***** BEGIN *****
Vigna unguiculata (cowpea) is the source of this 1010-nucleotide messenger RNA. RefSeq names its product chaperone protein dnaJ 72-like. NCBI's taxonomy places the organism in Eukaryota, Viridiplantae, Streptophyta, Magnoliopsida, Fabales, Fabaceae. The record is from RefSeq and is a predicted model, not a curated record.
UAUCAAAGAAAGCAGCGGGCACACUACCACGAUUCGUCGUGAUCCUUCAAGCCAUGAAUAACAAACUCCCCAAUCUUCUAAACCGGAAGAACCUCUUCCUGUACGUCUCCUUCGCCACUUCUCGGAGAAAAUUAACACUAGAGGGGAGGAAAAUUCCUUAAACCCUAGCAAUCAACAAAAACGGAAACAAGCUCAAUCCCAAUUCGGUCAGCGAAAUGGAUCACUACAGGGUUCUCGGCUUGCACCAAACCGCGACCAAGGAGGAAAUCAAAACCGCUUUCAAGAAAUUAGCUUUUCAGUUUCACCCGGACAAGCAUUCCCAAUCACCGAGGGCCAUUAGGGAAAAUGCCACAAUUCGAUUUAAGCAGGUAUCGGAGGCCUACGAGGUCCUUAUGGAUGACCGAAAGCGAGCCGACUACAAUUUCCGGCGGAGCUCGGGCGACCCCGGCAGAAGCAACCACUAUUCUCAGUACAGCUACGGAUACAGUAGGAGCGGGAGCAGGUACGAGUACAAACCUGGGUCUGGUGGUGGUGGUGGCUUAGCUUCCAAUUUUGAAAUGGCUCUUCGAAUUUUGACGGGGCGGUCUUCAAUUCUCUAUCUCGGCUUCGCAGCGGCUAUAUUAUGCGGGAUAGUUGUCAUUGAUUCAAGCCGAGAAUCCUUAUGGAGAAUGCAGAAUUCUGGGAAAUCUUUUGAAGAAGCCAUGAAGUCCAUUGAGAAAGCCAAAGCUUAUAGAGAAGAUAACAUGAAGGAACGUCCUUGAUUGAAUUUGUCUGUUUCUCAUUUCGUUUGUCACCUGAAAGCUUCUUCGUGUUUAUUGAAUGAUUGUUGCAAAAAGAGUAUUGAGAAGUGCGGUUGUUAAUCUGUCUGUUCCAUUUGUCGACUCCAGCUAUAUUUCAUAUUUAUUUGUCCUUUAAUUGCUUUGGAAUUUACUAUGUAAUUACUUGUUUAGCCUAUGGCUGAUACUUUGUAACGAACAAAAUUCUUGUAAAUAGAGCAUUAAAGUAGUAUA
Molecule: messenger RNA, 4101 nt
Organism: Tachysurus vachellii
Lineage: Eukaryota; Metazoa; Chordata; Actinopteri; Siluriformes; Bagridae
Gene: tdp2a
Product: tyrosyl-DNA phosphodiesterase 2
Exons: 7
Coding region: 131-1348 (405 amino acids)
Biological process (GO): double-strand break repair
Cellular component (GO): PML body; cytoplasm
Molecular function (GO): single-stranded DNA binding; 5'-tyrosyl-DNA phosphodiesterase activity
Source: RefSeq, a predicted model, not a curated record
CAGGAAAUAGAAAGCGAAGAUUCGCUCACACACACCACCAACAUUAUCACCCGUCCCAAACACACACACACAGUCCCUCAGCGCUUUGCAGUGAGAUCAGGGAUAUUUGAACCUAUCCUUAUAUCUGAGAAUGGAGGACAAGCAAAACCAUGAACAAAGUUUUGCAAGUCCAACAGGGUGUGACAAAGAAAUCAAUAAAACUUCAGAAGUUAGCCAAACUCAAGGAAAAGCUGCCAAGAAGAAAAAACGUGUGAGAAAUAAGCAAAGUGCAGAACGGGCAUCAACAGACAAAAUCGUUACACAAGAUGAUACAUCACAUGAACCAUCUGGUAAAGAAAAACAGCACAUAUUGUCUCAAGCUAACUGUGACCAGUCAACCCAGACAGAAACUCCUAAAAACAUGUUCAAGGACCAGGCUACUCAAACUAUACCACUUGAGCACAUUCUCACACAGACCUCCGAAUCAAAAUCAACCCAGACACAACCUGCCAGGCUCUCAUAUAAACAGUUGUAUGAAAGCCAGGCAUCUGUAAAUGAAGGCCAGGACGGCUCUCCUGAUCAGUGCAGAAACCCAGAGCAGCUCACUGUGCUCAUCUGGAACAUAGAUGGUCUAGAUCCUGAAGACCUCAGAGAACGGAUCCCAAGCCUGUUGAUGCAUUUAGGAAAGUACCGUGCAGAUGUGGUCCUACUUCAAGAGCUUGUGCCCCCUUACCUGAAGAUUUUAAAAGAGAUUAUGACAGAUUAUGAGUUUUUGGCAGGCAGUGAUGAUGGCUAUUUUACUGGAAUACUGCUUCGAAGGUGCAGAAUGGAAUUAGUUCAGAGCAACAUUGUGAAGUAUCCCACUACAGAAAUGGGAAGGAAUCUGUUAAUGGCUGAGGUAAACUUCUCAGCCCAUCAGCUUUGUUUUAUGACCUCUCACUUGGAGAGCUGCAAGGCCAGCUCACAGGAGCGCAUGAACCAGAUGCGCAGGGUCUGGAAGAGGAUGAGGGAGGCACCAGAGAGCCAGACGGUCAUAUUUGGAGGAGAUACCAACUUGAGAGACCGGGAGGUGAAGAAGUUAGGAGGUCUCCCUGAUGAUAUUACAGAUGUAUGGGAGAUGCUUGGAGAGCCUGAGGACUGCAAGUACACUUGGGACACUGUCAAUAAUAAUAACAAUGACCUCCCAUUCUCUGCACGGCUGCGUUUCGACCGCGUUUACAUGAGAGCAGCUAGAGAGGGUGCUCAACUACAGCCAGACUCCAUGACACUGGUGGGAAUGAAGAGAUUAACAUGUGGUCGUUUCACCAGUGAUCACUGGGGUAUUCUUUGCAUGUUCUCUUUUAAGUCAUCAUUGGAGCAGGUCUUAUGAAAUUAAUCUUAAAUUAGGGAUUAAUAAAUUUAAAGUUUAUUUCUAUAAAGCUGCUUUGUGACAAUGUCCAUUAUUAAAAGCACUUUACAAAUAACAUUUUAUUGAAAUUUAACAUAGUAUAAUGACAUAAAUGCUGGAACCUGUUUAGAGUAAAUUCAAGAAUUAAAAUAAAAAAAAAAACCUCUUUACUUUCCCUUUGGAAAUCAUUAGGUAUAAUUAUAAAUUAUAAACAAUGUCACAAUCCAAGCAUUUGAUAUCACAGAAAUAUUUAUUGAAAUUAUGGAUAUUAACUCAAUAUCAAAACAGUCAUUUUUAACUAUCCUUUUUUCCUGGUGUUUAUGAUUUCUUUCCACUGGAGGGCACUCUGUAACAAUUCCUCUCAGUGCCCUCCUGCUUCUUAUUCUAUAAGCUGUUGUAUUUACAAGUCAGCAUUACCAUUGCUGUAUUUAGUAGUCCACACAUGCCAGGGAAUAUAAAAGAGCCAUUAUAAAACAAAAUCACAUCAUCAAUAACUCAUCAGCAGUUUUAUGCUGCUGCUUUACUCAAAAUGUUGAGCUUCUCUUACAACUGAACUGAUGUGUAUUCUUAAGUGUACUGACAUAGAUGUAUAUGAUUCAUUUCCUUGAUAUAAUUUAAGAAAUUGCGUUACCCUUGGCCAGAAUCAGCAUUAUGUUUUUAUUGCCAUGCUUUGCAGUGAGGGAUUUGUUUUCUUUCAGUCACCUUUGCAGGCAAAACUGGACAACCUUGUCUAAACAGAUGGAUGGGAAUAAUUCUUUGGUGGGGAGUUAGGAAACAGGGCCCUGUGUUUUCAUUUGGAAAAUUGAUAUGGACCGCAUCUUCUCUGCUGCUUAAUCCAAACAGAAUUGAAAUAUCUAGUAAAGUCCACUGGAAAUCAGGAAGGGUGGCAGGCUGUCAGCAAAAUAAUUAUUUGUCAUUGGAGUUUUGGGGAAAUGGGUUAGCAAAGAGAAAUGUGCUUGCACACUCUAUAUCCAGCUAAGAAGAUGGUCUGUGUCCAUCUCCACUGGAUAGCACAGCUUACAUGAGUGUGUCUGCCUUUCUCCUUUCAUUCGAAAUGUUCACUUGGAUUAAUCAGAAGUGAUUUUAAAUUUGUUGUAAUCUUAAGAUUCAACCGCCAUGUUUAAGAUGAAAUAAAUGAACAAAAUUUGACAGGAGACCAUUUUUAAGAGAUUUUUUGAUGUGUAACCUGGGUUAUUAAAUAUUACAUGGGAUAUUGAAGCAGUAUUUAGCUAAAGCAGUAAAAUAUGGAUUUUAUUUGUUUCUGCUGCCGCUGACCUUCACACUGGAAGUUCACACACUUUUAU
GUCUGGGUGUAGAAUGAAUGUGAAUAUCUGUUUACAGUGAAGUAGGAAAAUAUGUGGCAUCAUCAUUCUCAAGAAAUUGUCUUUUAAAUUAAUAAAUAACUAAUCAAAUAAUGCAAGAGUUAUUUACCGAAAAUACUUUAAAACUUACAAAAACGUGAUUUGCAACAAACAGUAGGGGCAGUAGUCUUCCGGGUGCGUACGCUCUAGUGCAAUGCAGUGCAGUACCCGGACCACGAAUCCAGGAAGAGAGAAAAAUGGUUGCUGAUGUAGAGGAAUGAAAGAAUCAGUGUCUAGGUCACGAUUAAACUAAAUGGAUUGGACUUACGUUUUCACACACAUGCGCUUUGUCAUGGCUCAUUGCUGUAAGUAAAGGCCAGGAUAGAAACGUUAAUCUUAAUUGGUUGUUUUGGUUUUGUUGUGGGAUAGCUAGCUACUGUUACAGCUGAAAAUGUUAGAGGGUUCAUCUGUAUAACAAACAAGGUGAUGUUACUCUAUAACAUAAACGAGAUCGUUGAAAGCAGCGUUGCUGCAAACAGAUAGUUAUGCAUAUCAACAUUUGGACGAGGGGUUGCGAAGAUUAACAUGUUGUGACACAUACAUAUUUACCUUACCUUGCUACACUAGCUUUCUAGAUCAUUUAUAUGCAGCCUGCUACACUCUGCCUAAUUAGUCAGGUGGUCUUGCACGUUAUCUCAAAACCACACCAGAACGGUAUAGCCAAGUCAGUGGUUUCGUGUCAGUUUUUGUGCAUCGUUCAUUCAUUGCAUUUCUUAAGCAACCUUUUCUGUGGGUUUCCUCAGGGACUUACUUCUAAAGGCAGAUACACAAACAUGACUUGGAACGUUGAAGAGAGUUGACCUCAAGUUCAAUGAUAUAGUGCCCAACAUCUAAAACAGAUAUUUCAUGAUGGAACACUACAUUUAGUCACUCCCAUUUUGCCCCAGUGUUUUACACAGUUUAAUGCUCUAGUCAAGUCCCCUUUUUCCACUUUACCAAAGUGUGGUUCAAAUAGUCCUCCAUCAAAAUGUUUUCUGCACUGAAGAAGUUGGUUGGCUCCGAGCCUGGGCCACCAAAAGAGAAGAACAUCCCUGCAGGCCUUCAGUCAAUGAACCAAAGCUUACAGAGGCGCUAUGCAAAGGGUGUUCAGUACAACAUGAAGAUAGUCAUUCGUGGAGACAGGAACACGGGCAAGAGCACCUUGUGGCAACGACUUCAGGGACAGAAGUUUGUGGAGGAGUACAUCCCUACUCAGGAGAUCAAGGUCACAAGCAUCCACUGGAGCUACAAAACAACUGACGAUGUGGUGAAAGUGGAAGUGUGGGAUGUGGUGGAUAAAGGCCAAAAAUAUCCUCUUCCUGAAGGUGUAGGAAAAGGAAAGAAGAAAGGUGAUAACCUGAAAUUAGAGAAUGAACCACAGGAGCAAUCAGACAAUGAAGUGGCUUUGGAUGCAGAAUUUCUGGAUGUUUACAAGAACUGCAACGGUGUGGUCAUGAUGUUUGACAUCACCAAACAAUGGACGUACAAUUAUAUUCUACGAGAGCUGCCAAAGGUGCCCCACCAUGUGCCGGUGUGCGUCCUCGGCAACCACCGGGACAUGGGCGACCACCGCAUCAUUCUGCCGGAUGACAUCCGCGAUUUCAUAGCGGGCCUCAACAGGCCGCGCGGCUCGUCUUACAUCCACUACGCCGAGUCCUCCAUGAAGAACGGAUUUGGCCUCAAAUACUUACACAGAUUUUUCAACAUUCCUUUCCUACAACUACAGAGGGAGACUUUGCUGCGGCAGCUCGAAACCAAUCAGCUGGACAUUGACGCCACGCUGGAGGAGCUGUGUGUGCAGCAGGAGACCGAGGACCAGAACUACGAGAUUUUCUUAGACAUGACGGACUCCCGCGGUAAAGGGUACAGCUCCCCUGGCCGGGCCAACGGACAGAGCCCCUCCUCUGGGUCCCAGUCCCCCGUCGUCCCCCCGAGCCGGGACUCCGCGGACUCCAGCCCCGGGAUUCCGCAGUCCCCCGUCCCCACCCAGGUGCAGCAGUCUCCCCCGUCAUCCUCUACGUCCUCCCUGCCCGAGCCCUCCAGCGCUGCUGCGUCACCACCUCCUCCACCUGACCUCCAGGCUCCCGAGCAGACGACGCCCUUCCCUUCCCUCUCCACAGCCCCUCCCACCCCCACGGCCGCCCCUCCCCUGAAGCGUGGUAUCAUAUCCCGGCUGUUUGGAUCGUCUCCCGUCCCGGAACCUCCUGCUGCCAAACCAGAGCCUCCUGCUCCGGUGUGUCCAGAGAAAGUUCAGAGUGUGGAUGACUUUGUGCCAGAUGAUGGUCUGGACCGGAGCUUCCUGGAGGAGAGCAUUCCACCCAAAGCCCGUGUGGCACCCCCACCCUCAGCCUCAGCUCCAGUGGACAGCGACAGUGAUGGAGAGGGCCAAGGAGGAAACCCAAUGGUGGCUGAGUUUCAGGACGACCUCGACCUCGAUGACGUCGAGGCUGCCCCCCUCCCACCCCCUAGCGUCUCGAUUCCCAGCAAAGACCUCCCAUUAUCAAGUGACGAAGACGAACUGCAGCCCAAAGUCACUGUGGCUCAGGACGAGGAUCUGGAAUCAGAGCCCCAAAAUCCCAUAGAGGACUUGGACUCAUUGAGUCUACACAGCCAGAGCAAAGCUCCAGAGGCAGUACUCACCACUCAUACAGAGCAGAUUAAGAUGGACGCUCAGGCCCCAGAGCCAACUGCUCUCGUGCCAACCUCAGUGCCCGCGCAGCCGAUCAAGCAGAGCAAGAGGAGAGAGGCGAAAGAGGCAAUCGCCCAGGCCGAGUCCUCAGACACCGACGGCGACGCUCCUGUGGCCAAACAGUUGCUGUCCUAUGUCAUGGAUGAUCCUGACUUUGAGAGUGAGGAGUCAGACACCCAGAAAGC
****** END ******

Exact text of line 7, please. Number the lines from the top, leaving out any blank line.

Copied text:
Product: tyrosyl-DNA phosphodiesterase 2